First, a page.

Comments on a cultural reality between past and future.

This blog describes Metatime in the Posthuman experience, drawn from Sir Isaac Newton's secret work on the future end of times, a tract in which he described Histories of Things to Come. His hidden papers on the occult were auctioned to two private buyers in 1936 at Sotheby's, but were not available for public research until the 1990s.

Monday, March 28, 2011

Chernobyl Experts Visit United States

Natalia Manzurova, shown here in 1988 in the "dead zone" of the Pripyat, is one of the few survivors among those directly involved in the cleanup of Chernobyl.

About a week ago, AOL News reported on Natalia Manzurova's words of warning for the workers who are desperately trying to contain the brewing disaster in Japan's wrecked Fukushima nuclear power plant. Manzurova is one of the last surviving workers who worked to contain the Chernobyl disaster and she is on a tour of the United States this week.  At the time of the Chernobyl disaster, she was a 35-year-old engineer.  She spent four-and-a-half years helping clean the area.  She still lives in Ozersk, a closed town in Russia.  The town is near the Mayek plant which featured the second-worst nuclear accident in history, the Kyshtym disaster of 19 September 1957 (I will blog about that incident in April).  Ozersk is still highly radioactive, so it's strange that her words of advice for the Japanese workers in Fukushima are: "Run away as quickly as possible. Don't wait. Save yourself and don't rely on the government because the government lies. They don't want you to know the truth because the nuclear industry is so powerful."  She bears the so-called 'Chernobyl necklace,' also known as the 'Belarus necklace,' a scar formed after an operation conducted to remove her thyroid gland.  You can see a graphic photo of the necklace here.  She is the author of Hard Duty: A Woman's Experience at Chernobyl.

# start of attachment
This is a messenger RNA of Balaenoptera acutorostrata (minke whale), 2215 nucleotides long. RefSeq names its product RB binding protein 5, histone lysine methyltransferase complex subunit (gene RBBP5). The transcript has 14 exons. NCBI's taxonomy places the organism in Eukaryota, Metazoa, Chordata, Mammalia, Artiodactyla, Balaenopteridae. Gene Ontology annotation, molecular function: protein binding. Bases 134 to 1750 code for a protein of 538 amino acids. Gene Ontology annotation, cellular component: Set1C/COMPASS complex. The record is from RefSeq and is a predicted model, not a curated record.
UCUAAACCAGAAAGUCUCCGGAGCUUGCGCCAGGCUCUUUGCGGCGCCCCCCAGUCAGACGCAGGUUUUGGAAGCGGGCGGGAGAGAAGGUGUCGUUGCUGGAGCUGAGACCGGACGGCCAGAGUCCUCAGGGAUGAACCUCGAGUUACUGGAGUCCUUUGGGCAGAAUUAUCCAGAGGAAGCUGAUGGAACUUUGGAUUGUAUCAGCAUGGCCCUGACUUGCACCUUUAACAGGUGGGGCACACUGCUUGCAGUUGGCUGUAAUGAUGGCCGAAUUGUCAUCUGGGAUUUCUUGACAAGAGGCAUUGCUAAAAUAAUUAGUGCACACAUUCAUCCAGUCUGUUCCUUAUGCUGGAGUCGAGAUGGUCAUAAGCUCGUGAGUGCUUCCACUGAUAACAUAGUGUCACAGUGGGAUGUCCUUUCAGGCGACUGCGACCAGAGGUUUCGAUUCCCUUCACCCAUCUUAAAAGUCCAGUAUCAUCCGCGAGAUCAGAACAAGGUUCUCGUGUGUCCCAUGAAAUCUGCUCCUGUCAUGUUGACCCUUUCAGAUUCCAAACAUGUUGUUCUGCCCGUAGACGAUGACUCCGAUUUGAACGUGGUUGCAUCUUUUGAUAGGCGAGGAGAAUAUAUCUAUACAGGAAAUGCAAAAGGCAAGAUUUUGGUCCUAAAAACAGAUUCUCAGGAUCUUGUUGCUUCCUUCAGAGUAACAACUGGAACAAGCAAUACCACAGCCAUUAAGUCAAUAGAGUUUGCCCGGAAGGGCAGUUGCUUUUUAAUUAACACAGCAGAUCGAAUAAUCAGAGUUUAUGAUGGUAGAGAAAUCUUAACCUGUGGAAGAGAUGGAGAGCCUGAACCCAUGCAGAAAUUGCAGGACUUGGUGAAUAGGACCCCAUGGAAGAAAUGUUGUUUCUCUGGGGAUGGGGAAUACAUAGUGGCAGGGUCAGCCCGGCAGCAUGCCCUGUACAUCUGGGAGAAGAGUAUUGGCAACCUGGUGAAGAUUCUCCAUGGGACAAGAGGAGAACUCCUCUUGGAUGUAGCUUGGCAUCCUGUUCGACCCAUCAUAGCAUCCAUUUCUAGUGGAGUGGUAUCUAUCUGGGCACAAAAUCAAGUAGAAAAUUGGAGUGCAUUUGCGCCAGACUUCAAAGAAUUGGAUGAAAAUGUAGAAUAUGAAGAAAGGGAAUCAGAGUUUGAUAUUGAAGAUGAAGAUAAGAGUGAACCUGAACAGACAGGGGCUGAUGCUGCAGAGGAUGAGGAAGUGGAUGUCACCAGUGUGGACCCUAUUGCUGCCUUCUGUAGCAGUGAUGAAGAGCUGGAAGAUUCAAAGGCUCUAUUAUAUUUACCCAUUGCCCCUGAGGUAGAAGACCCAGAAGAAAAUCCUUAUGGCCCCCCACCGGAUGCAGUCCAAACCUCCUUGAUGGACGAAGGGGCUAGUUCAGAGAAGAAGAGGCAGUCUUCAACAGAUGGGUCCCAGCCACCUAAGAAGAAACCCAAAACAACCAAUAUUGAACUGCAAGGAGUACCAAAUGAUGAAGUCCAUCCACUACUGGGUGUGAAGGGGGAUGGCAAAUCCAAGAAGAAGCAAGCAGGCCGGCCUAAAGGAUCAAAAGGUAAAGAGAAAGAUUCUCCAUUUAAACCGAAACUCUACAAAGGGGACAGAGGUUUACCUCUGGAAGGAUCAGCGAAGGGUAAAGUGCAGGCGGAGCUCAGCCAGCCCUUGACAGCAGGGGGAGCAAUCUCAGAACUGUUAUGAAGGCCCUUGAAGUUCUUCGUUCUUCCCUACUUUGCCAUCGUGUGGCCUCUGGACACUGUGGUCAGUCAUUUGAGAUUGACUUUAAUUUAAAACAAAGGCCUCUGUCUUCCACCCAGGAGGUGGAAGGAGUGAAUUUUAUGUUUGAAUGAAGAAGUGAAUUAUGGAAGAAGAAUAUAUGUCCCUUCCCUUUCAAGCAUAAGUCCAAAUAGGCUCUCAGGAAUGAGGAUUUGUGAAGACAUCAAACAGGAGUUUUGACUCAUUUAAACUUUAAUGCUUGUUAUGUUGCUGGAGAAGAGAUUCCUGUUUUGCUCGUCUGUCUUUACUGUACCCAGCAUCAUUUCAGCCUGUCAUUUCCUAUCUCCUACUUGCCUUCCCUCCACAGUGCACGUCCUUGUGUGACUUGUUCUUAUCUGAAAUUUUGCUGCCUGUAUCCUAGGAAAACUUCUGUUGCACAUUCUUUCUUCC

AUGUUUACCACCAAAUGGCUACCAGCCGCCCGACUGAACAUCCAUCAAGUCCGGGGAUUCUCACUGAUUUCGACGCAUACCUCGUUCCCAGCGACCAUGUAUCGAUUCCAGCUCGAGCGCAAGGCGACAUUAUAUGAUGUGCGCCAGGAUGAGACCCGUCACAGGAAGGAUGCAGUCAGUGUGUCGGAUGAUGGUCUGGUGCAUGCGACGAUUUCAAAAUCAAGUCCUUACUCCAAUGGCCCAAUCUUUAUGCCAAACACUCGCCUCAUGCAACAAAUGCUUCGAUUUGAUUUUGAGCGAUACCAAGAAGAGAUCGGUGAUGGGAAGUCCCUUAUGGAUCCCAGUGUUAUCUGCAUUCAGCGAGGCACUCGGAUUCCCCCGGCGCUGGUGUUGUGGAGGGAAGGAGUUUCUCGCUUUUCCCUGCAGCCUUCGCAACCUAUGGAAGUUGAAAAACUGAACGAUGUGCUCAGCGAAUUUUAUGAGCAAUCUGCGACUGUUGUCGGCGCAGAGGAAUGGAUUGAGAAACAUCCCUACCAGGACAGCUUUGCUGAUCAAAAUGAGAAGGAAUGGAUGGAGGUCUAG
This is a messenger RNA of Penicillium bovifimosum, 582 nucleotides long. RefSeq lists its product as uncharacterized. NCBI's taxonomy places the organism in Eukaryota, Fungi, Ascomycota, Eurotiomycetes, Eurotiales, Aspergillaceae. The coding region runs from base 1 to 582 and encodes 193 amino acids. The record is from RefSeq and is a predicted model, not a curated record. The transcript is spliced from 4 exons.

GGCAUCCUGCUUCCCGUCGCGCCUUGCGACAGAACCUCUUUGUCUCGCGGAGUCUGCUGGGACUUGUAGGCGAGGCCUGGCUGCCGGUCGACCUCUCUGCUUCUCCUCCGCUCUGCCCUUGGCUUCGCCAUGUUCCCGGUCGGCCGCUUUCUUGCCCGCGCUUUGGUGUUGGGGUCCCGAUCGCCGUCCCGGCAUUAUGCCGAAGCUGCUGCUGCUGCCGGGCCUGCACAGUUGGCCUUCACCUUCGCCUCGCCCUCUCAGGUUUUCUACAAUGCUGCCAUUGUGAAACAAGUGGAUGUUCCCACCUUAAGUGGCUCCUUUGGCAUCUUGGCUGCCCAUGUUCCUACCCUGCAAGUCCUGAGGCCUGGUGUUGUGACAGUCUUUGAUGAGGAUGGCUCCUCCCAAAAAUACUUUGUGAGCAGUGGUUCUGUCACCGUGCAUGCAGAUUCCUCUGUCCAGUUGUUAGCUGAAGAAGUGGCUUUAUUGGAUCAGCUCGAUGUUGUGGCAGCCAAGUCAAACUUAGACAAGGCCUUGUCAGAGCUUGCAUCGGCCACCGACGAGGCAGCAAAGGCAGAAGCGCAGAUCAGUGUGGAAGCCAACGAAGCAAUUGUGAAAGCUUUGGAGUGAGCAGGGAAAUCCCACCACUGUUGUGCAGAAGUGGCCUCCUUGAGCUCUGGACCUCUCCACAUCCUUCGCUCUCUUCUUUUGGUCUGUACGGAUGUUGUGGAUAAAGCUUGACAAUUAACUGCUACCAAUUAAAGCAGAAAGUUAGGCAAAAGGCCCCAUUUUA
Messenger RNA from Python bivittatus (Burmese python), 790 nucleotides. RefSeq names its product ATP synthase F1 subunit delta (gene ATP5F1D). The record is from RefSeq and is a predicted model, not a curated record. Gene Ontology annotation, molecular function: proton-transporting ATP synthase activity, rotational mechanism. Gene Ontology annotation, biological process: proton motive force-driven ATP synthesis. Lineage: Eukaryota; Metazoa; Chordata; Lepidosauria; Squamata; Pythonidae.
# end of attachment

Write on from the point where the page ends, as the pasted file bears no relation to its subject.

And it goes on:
She explained that when called to help contain the Chernobyl disaster she had no idea how bad it was.  And if asked today to do the same task, "I'd never agree."  She and her fellow liquidators dug holes and buried animals, machines and buildings.  She described it as an unearthly experience: "I always felt I was in the middle of a war where the enemy was invisible. All the houses and buildings were intact with all the furniture, but there wasn't a single person left. Just deep silence everywhere. Sometimes I felt I was the only person alive on a strange planet."

Alongside scientist and former Yeltsin advisor, Dr. Alexey Yablokov, anti-nuclear leader Dr. Nataliya Mironova, and Chelyabinsk spokesperson Tatiana Muchamedyarova and other anti-nuclear experts and activists, Manzurova is visiting the United States this week with the support of Beyond Nuclear, an American-based group that is critical of nuclear power.  This tour commemorates the 25th anniversary of the Chernobyl accident that occurred on 26 April 1986.  The tour has visited Vermont, the Southeast including Tennessee, Seattle and Washington DC.  According to the Beyond Nuclear press release, their visit ends 6 April.

You can see Yablokov speaking with others on the connection between the Japanese crisis and the Chernobyl anniversary in Washington DC (25 March 2011) here. For subsequent parts of the press conference, go here, here, here and here on Youtube. For other anti-nuclear news, go here.

Pripyat Hallway. Image Source: Portal to Fashion.

No comments:

Post a Comment